Funding a private family foundation: A private foundation can be established and funded on an ongoing basis with assets that can include cash, publicly traded securities, private stock, real estate or other family-controlled assets. The foundation can be managed by the family or by a professional manager, who may be known as an operating partner or a chief operations officer. A family governance system spells out who participates in philanthropic discussions, expectations for time commitments to the foundation, grant recommendation guidelines, instructions for adding goals and ways to educate family members about the mission as they become old enough to participate.

Setting up a private family foundation: As with any private foundation, set up and administration can be complex. You will need to consult a CPA or lawyer to set up the foundation, draft and file its articles of incorporation, mission statement and other documents, and obtain the foundation’s tax identification number from the IRS. A family foundation is also subject to all of the same ongoing administrative requirements as any other private foundation.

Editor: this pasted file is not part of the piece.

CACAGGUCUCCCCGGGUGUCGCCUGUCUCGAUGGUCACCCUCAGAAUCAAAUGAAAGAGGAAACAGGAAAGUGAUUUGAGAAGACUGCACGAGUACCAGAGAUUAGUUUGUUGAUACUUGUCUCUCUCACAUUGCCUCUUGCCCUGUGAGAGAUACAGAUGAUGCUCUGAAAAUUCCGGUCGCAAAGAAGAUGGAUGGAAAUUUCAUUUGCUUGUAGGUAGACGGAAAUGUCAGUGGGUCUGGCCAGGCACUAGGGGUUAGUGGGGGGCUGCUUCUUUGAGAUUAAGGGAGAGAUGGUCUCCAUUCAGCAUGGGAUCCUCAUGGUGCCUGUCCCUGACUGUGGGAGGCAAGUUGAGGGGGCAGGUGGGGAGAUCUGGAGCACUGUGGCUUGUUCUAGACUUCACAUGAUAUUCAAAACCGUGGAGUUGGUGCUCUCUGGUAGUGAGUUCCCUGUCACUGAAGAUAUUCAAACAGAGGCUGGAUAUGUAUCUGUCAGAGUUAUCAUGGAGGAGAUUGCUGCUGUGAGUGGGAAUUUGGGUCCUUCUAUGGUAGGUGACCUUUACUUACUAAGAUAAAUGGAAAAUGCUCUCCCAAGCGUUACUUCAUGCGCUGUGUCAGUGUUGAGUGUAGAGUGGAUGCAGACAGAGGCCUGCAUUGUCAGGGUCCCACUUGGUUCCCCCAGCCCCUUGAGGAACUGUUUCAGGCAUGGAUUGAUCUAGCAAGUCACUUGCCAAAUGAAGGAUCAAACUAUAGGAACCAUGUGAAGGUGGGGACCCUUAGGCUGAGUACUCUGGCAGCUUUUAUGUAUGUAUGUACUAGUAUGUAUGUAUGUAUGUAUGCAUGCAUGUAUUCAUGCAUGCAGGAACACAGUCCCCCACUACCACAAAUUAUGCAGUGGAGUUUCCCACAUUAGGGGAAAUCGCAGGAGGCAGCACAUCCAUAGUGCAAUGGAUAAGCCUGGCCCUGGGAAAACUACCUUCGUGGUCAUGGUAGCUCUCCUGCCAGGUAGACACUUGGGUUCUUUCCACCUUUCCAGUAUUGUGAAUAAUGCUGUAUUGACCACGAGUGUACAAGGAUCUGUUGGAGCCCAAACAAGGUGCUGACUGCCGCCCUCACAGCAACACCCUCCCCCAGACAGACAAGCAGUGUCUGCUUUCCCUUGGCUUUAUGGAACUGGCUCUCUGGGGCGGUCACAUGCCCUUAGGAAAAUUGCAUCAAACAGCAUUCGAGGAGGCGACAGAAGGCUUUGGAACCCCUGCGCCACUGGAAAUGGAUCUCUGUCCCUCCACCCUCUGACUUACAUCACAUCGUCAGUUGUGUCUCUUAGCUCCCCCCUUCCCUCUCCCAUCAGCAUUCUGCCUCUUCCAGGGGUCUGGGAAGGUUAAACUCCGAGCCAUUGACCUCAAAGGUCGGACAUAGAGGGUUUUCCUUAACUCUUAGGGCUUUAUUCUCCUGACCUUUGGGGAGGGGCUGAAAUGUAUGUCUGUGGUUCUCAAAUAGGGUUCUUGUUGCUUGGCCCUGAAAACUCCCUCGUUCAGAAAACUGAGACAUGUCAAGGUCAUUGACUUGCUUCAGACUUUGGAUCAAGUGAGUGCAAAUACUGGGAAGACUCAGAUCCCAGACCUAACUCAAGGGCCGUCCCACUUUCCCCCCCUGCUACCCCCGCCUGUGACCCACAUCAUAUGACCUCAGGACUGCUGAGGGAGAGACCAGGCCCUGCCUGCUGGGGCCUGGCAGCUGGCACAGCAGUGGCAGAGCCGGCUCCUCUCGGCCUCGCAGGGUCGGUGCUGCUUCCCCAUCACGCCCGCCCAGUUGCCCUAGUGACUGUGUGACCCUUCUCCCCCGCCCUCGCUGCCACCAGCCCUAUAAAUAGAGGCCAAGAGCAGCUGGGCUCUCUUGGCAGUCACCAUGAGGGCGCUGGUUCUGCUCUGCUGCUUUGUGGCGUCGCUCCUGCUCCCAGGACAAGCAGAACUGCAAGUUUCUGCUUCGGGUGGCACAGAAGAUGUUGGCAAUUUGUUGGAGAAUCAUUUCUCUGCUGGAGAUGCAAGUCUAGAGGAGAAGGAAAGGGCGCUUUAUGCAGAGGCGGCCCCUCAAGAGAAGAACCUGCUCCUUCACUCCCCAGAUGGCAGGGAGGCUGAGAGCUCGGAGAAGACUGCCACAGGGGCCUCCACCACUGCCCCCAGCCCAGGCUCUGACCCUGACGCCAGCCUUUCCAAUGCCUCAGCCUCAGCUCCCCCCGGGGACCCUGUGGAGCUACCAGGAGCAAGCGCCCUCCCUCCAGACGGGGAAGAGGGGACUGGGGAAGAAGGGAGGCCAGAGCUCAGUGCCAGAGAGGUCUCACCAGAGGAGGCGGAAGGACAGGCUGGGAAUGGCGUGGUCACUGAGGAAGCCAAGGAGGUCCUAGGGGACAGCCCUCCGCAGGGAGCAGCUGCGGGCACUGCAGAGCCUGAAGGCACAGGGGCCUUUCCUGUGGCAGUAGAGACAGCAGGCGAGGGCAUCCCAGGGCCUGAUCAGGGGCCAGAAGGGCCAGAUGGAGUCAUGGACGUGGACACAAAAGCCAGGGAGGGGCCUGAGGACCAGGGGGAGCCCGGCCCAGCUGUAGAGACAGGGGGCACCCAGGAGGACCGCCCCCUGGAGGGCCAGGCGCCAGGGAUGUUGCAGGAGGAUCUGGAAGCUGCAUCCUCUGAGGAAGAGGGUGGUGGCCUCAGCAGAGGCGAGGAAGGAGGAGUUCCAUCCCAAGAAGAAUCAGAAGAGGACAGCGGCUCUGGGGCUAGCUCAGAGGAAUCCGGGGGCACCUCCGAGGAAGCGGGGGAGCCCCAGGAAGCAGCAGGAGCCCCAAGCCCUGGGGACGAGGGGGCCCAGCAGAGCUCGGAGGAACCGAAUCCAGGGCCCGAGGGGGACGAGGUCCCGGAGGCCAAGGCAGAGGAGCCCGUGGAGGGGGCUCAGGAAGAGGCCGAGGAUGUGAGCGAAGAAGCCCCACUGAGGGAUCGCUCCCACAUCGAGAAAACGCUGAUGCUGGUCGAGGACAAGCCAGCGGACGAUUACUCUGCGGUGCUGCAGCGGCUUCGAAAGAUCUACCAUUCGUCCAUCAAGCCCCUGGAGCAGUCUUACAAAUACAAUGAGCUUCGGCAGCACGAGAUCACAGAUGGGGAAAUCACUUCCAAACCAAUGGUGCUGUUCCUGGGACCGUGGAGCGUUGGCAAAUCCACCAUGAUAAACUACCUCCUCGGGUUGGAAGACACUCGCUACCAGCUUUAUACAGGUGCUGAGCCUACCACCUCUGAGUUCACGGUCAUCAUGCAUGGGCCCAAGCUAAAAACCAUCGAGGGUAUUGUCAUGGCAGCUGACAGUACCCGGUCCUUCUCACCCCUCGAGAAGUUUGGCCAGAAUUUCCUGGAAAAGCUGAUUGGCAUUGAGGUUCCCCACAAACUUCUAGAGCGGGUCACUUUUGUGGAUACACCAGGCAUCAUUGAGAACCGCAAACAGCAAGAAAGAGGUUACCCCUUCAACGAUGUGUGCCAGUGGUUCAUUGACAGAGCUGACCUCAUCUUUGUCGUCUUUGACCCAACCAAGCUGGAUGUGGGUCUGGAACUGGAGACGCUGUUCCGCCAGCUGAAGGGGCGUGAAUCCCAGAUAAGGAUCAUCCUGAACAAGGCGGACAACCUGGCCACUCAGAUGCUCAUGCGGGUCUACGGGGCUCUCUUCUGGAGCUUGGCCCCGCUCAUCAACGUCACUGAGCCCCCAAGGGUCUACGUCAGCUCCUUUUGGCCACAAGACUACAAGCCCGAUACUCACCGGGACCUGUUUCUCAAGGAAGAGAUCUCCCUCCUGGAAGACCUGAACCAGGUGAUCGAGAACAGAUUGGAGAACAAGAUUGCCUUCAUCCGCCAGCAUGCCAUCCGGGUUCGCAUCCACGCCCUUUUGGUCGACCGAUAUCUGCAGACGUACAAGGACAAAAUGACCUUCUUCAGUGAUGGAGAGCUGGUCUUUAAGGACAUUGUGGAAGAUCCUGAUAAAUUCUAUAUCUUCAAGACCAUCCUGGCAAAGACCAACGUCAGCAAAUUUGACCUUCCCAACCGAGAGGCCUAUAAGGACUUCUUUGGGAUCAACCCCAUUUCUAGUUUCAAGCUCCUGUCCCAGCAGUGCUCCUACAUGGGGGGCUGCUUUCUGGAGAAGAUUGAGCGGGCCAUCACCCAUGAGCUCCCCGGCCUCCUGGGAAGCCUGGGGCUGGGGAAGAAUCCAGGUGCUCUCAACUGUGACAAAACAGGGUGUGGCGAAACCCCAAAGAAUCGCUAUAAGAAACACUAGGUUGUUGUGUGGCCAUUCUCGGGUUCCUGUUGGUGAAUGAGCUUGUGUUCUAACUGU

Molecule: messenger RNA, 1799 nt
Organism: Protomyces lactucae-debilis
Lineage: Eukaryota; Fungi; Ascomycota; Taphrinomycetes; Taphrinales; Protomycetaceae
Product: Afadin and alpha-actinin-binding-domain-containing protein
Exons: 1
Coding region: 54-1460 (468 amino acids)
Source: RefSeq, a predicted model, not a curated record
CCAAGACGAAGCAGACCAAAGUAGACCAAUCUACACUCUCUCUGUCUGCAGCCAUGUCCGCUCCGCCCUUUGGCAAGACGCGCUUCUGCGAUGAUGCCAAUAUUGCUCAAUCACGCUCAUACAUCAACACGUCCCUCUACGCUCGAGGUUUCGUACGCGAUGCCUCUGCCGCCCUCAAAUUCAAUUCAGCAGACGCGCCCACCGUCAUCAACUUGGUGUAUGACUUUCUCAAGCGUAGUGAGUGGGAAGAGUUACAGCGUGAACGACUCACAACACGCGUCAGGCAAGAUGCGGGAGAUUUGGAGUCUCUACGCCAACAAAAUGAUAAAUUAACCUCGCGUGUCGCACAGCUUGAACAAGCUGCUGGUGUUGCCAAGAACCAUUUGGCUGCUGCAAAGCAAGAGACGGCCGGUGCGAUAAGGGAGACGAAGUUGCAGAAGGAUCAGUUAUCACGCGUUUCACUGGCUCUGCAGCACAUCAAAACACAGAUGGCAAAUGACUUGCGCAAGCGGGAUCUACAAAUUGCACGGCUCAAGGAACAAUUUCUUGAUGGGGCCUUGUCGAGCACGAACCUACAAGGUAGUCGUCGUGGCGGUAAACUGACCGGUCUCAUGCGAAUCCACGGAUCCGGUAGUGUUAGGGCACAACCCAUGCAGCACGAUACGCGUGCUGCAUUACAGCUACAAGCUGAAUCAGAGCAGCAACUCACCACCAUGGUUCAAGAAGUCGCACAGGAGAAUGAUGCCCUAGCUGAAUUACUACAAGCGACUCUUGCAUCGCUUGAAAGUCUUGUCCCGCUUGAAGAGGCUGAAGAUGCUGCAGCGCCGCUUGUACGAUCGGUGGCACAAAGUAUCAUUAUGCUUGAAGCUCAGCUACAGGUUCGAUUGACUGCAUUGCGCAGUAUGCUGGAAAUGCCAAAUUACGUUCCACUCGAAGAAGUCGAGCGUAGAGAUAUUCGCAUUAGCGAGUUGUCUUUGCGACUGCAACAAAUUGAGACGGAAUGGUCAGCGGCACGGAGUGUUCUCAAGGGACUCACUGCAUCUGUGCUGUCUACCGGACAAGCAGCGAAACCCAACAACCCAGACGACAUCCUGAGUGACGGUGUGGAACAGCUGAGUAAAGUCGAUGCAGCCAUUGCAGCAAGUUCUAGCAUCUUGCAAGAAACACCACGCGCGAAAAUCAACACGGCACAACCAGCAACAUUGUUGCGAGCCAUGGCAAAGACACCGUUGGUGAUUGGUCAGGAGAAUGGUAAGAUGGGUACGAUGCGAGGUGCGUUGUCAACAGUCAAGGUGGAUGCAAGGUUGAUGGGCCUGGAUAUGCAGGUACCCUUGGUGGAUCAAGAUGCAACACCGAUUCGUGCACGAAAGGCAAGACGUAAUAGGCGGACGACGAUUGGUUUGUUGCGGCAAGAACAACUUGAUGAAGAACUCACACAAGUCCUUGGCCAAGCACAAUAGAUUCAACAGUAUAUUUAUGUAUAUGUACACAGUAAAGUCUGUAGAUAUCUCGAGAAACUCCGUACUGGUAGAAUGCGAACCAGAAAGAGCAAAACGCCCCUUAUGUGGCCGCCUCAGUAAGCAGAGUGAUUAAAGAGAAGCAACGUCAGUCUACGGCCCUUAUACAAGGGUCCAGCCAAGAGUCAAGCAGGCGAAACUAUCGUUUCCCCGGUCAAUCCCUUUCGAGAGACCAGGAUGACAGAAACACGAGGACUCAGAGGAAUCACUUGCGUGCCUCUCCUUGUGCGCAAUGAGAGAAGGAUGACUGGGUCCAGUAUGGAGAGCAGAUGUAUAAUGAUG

How does a private family foundation compare with a donor-advised fund?

One popular alternative to a private family foundation is a donor-advised fund, such as a Giving Account at Fidelity Charitable, which can also provide a way for families to create a structure for giving, while offering greater tax benefits and lower administrative burden.

A donor-advised fund is like a charitable investment account used for the sole purpose of supporting charitable organizations you care about. It can bear your family name or any other name of your choosing. After making an irrevocable contribution, the donating family can make recommendations to the sponsor to make grants to any IRS-qualified public charity over time; there are no mandatory annual disbursements.